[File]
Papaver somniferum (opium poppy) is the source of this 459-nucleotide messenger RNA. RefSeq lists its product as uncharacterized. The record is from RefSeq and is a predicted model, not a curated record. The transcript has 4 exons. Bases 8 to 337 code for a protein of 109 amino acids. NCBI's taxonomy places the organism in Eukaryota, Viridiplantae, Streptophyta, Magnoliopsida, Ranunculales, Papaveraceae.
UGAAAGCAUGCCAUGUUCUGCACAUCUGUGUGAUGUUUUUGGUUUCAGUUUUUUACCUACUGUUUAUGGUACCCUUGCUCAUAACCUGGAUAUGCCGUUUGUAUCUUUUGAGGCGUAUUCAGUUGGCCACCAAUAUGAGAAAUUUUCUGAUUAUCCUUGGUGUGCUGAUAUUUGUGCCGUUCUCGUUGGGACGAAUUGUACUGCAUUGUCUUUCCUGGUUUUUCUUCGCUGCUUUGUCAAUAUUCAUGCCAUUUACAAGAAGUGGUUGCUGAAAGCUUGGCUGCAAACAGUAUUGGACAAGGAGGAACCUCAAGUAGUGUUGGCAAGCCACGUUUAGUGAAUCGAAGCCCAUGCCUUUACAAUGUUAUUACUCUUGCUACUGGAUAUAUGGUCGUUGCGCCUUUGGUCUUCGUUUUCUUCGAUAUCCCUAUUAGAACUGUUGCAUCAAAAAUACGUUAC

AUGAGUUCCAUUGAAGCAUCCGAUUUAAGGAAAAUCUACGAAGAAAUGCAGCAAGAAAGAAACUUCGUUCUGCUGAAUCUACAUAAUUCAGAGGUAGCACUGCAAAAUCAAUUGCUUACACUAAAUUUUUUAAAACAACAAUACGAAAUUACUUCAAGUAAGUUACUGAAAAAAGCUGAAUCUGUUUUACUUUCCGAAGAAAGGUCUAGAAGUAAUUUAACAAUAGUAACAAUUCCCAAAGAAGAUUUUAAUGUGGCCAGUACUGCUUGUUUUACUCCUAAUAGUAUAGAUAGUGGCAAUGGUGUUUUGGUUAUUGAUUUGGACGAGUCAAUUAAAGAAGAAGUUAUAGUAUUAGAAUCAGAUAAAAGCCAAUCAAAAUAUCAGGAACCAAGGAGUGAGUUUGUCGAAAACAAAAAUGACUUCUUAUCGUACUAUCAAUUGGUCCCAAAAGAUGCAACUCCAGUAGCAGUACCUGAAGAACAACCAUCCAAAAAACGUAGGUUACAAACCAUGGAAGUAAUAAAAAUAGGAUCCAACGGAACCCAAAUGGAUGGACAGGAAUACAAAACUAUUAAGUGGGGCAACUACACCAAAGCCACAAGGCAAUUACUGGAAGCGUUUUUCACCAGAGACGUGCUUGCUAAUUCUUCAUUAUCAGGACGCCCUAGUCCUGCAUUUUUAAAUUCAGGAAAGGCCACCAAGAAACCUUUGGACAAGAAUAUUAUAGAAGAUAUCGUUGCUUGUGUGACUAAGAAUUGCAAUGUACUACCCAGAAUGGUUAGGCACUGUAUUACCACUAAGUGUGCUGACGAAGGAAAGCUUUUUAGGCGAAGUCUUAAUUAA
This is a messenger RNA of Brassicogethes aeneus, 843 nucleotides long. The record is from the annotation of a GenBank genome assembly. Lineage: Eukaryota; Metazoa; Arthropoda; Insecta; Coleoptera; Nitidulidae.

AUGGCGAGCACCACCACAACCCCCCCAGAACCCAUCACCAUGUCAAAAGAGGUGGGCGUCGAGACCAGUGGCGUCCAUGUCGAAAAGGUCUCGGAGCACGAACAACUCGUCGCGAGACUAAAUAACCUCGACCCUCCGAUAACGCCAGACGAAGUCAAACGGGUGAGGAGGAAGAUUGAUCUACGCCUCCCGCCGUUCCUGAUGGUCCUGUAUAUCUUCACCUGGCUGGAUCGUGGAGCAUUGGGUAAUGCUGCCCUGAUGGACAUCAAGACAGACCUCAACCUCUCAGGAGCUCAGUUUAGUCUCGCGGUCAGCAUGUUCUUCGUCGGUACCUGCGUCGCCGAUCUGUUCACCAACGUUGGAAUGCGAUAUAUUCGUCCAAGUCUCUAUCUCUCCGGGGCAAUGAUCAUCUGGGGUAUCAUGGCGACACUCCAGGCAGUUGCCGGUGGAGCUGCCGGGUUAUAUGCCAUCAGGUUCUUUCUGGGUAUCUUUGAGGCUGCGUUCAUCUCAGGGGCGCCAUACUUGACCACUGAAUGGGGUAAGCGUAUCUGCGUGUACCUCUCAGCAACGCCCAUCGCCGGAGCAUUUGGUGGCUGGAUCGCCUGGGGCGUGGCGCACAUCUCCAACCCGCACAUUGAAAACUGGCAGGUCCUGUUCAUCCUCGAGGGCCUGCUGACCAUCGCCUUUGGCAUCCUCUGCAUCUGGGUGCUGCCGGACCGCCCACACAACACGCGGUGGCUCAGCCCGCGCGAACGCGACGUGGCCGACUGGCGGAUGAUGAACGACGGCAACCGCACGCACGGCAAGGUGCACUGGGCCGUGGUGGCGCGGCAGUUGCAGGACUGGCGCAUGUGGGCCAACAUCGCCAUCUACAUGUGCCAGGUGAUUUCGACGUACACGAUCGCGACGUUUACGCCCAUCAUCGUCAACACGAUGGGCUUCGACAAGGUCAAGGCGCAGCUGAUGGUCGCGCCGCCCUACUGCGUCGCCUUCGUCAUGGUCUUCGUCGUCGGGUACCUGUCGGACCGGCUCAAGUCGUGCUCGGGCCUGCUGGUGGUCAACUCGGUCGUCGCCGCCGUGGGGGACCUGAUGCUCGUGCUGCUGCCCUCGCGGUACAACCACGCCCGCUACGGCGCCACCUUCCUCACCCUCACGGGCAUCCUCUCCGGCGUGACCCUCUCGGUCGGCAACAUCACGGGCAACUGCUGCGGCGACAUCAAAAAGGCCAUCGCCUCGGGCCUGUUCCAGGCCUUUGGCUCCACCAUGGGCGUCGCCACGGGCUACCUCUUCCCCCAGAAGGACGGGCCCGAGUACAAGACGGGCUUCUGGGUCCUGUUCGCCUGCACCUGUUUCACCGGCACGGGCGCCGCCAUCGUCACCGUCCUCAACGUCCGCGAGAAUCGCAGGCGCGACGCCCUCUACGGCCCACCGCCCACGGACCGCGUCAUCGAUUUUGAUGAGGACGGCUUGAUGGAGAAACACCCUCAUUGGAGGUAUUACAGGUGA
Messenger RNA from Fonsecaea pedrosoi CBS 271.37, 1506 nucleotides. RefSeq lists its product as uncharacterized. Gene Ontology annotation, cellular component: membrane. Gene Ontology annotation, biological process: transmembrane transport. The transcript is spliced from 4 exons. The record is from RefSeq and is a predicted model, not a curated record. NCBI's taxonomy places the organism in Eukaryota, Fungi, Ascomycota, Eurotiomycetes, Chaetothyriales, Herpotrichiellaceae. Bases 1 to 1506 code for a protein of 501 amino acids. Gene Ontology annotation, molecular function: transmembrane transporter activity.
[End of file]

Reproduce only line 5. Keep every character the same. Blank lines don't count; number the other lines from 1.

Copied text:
AUGGCGAGCACCACCACAACCCCCCCAGAACCCAUCACCAUGUCAAAAGAGGUGGGCGUCGAGACCAGUGGCGUCCAUGUCGAAAAGGUCUCGGAGCACGAACAACUCGUCGCGAGACUAAAUAACCUCGACCCUCCGAUAACGCCAGACGAAGUCAAACGGGUGAGGAGGAAGAUUGAUCUACGCCUCCCGCCGUUCCUGAUGGUCCUGUAUAUCUUCACCUGGCUGGAUCGUGGAGCAUUGGGUAAUGCUGCCCUGAUGGACAUCAAGACAGACCUCAACCUCUCAGGAGCUCAGUUUAGUCUCGCGGUCAGCAUGUUCUUCGUCGGUACCUGCGUCGCCGAUCUGUUCACCAACGUUGGAAUGCGAUAUAUUCGUCCAAGUCUCUAUCUCUCCGGGGCAAUGAUCAUCUGGGGUAUCAUGGCGACACUCCAGGCAGUUGCCGGUGGAGCUGCCGGGUUAUAUGCCAUCAGGUUCUUUCUGGGUAUCUUUGAGGCUGCGUUCAUCUCAGGGGCGCCAUACUUGACCACUGAAUGGGGUAAGCGUAUCUGCGUGUACCUCUCAGCAACGCCCAUCGCCGGAGCAUUUGGUGGCUGGAUCGCCUGGGGCGUGGCGCACAUCUCCAACCCGCACAUUGAAAACUGGCAGGUCCUGUUCAUCCUCGAGGGCCUGCUGACCAUCGCCUUUGGCAUCCUCUGCAUCUGGGUGCUGCCGGACCGCCCACACAACACGCGGUGGCUCAGCCCGCGCGAACGCGACGUGGCCGACUGGCGGAUGAUGAACGACGGCAACCGCACGCACGGCAAGGUGCACUGGGCCGUGGUGGCGCGGCAGUUGCAGGACUGGCGCAUGUGGGCCAACAUCGCCAUCUACAUGUGCCAGGUGAUUUCGACGUACACGAUCGCGACGUUUACGCCCAUCAUCGUCAACACGAUGGGCUUCGACAAGGUCAAGGCGCAGCUGAUGGUCGCGCCGCCCUACUGCGUCGCCUUCGUCAUGGUCUUCGUCGUCGGGUACCUGUCGGACCGGCUCAAGUCGUGCUCGGGCCUGCUGGUGGUCAACUCGGUCGUCGCCGCCGUGGGGGACCUGAUGCUCGUGCUGCUGCCCUCGCGGUACAACCACGCCCGCUACGGCGCCACCUUCCUCACCCUCACGGGCAUCCUCUCCGGCGUGACCCUCUCGGUCGGCAACAUCACGGGCAACUGCUGCGGCGACAUCAAAAAGGCCAUCGCCUCGGGCCUGUUCCAGGCCUUUGGCUCCACCAUGGGCGUCGCCACGGGCUACCUCUUCCCCCAGAAGGACGGGCCCGAGUACAAGACGGGCUUCUGGGUCCUGUUCGCCUGCACCUGUUUCACCGGCACGGGCGCCGCCAUCGUCACCGUCCUCAACGUCCGCGAGAAUCGCAGGCGCGACGCCCUCUACGGCCCACCGCCCACGGACCGCGUCAUCGAUUUUGAUGAGGACGGCUUGAUGGAGAAACACCCUCAUUGGAGGUAUUACAGGUGA